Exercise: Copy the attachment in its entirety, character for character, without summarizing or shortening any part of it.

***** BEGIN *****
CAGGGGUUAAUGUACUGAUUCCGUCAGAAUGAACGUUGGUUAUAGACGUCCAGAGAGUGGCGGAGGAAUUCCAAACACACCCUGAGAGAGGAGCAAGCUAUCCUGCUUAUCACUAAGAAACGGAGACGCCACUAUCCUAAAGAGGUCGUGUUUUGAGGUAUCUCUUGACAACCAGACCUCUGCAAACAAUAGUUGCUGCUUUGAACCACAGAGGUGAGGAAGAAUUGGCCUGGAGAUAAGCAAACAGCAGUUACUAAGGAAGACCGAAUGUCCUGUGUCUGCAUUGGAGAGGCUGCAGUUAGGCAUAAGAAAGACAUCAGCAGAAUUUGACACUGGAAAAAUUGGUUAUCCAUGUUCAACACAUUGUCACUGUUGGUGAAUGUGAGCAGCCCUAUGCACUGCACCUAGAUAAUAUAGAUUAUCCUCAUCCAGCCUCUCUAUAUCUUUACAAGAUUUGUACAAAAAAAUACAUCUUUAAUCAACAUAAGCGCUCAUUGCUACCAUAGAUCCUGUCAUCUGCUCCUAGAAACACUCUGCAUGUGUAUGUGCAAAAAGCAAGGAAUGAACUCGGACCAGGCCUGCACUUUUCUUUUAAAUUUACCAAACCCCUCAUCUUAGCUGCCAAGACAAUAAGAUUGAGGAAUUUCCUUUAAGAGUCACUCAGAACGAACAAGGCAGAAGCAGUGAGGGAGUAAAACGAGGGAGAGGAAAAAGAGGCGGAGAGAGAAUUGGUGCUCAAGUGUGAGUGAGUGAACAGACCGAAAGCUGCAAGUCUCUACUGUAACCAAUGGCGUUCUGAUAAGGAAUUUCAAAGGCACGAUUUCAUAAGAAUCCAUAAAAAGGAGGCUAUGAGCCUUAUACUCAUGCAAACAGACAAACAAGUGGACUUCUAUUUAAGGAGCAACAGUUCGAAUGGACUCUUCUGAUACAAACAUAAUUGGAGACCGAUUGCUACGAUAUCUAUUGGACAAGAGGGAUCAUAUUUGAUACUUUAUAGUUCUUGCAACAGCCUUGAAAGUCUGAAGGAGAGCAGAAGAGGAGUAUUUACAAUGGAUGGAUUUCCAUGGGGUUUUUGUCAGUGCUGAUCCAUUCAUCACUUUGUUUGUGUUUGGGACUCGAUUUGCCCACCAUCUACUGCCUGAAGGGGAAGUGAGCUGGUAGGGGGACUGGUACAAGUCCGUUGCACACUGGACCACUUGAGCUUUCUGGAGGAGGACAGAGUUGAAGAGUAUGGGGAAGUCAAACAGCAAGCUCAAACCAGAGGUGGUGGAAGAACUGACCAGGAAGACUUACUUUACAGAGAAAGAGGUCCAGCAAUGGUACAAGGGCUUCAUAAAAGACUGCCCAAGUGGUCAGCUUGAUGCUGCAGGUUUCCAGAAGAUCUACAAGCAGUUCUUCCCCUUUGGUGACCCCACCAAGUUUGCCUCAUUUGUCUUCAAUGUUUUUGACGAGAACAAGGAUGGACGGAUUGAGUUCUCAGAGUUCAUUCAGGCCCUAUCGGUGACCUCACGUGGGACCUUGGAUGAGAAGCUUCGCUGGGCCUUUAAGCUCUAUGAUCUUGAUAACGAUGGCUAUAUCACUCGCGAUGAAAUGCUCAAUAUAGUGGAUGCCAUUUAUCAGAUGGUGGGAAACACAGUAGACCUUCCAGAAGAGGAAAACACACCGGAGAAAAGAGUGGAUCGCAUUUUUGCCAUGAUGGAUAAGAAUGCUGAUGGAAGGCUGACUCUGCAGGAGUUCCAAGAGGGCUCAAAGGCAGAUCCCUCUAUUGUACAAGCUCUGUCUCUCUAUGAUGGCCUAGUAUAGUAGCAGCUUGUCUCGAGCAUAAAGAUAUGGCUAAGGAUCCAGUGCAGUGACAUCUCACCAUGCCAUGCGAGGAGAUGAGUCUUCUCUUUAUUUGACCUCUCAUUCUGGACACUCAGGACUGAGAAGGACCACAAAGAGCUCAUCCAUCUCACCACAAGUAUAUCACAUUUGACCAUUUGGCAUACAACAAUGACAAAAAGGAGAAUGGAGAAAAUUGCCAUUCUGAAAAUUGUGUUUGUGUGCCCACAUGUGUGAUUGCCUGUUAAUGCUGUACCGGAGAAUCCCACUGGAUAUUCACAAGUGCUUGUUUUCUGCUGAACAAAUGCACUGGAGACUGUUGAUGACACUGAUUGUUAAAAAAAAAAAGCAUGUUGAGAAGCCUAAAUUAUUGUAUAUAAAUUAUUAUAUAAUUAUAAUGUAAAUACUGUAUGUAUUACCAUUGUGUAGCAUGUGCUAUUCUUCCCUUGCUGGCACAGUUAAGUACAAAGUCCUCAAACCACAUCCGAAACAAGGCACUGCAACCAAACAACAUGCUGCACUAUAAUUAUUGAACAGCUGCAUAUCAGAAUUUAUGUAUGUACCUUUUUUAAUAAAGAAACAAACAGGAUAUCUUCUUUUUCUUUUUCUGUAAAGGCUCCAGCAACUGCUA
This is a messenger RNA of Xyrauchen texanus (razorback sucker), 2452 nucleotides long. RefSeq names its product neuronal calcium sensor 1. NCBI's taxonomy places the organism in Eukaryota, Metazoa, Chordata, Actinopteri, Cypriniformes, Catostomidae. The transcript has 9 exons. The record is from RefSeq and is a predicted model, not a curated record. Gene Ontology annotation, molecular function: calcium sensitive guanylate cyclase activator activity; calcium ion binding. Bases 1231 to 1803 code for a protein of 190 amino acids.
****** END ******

CAGGGGUUAAUGUACUGAUUCCGUCAGAAUGAACGUUGGUUAUAGACGUCCAGAGAGUGGCGGAGGAAUUCCAAACACACCCUGAGAGAGGAGCAAGCUAUCCUGCUUAUCACUAAGAAACGGAGACGCCACUAUCCUAAAGAGGUCGUGUUUUGAGGUAUCUCUUGACAACCAGACCUCUGCAAACAAUAGUUGCUGCUUUGAACCACAGAGGUGAGGAAGAAUUGGCCUGGAGAUAAGCAAACAGCAGUUACUAAGGAAGACCGAAUGUCCUGUGUCUGCAUUGGAGAGGCUGCAGUUAGGCAUAAGAAAGACAUCAGCAGAAUUUGACACUGGAAAAAUUGGUUAUCCAUGUUCAACACAUUGUCACUGUUGGUGAAUGUGAGCAGCCCUAUGCACUGCACCUAGAUAAUAUAGAUUAUCCUCAUCCAGCCUCUCUAUAUCUUUACAAGAUUUGUACAAAAAAAUACAUCUUUAAUCAACAUAAGCGCUCAUUGCUACCAUAGAUCCUGUCAUCUGCUCCUAGAAACACUCUGCAUGUGUAUGUGCAAAAAGCAAGGAAUGAACUCGGACCAGGCCUGCACUUUUCUUUUAAAUUUACCAAACCCCUCAUCUUAGCUGCCAAGACAAUAAGAUUGAGGAAUUUCCUUUAAGAGUCACUCAGAACGAACAAGGCAGAAGCAGUGAGGGAGUAAAACGAGGGAGAGGAAAAAGAGGCGGAGAGAGAAUUGGUGCUCAAGUGUGAGUGAGUGAACAGACCGAAAGCUGCAAGUCUCUACUGUAACCAAUGGCGUUCUGAUAAGGAAUUUCAAAGGCACGAUUUCAUAAGAAUCCAUAAAAAGGAGGCUAUGAGCCUUAUACUCAUGCAAACAGACAAACAAGUGGACUUCUAUUUAAGGAGCAACAGUUCGAAUGGACUCUUCUGAUACAAACAUAAUUGGAGACCGAUUGCUACGAUAUCUAUUGGACAAGAGGGAUCAUAUUUGAUACUUUAUAGUUCUUGCAACAGCCUUGAAAGUCUGAAGGAGAGCAGAAGAGGAGUAUUUACAAUGGAUGGAUUUCCAUGGGGUUUUUGUCAGUGCUGAUCCAUUCAUCACUUUGUUUGUGUUUGGGACUCGAUUUGCCCACCAUCUACUGCCUGAAGGGGAAGUGAGCUGGUAGGGGGACUGGUACAAGUCCGUUGCACACUGGACCACUUGAGCUUUCUGGAGGAGGACAGAGUUGAAGAGUAUGGGGAAGUCAAACAGCAAGCUCAAACCAGAGGUGGUGGAAGAACUGACCAGGAAGACUUACUUUACAGAGAAAGAGGUCCAGCAAUGGUACAAGGGCUUCAUAAAAGACUGCCCAAGUGGUCAGCUUGAUGCUGCAGGUUUCCAGAAGAUCUACAAGCAGUUCUUCCCCUUUGGUGACCCCACCAAGUUUGCCUCAUUUGUCUUCAAUGUUUUUGACGAGAACAAGGAUGGACGGAUUGAGUUCUCAGAGUUCAUUCAGGCCCUAUCGGUGACCUCACGUGGGACCUUGGAUGAGAAGCUUCGCUGGGCCUUUAAGCUCUAUGAUCUUGAUAACGAUGGCUAUAUCACUCGCGAUGAAAUGCUCAAUAUAGUGGAUGCCAUUUAUCAGAUGGUGGGAAACACAGUAGACCUUCCAGAAGAGGAAAACACACCGGAGAAAAGAGUGGAUCGCAUUUUUGCCAUGAUGGAUAAGAAUGCUGAUGGAAGGCUGACUCUGCAGGAGUUCCAAGAGGGCUCAAAGGCAGAUCCCUCUAUUGUACAAGCUCUGUCUCUCUAUGAUGGCCUAGUAUAGUAGCAGCUUGUCUCGAGCAUAAAGAUAUGGCUAAGGAUCCAGUGCAGUGACAUCUCACCAUGCCAUGCGAGGAGAUGAGUCUUCUCUUUAUUUGACCUCUCAUUCUGGACACUCAGGACUGAGAAGGACCACAAAGAGCUCAUCCAUCUCACCACAAGUAUAUCACAUUUGACCAUUUGGCAUACAACAAUGACAAAAAGGAGAAUGGAGAAAAUUGCCAUUCUGAAAAUUGUGUUUGUGUGCCCACAUGUGUGAUUGCCUGUUAAUGCUGUACCGGAGAAUCCCACUGGAUAUUCACAAGUGCUUGUUUUCUGCUGAACAAAUGCACUGGAGACUGUUGAUGACACUGAUUGUUAAAAAAAAAAAGCAUGUUGAGAAGCCUAAAUUAUUGUAUAUAAAUUAUUAUAUAAUUAUAAUGUAAAUACUGUAUGUAUUACCAUUGUGUAGCAUGUGCUAUUCUUCCCUUGCUGGCACAGUUAAGUACAAAGUCCUCAAACCACAUCCGAAACAAGGCACUGCAACCAAACAACAUGCUGCACUAUAAUUAUUGAACAGCUGCAUAUCAGAAUUUAUGUAUGUACCUUUUUUAAUAAAGAAACAAACAGGAUAUCUUCUUUUUCUUUUUCUGUAAAGGCUCCAGCAACUGCUA
This is a messenger RNA of Xyrauchen texanus (razorback sucker), 2452 nucleotides long. RefSeq names its product neuronal calcium sensor 1. NCBI's taxonomy places the organism in Eukaryota, Metazoa, Chordata, Actinopteri, Cypriniformes, Catostomidae. The transcript has 9 exons. The record is from RefSeq and is a predicted model, not a curated record. Gene Ontology annotation, molecular function: calcium sensitive guanylate cyclase activator activity; calcium ion binding. Bases 1231 to 1803 code for a protein of 190 amino acids.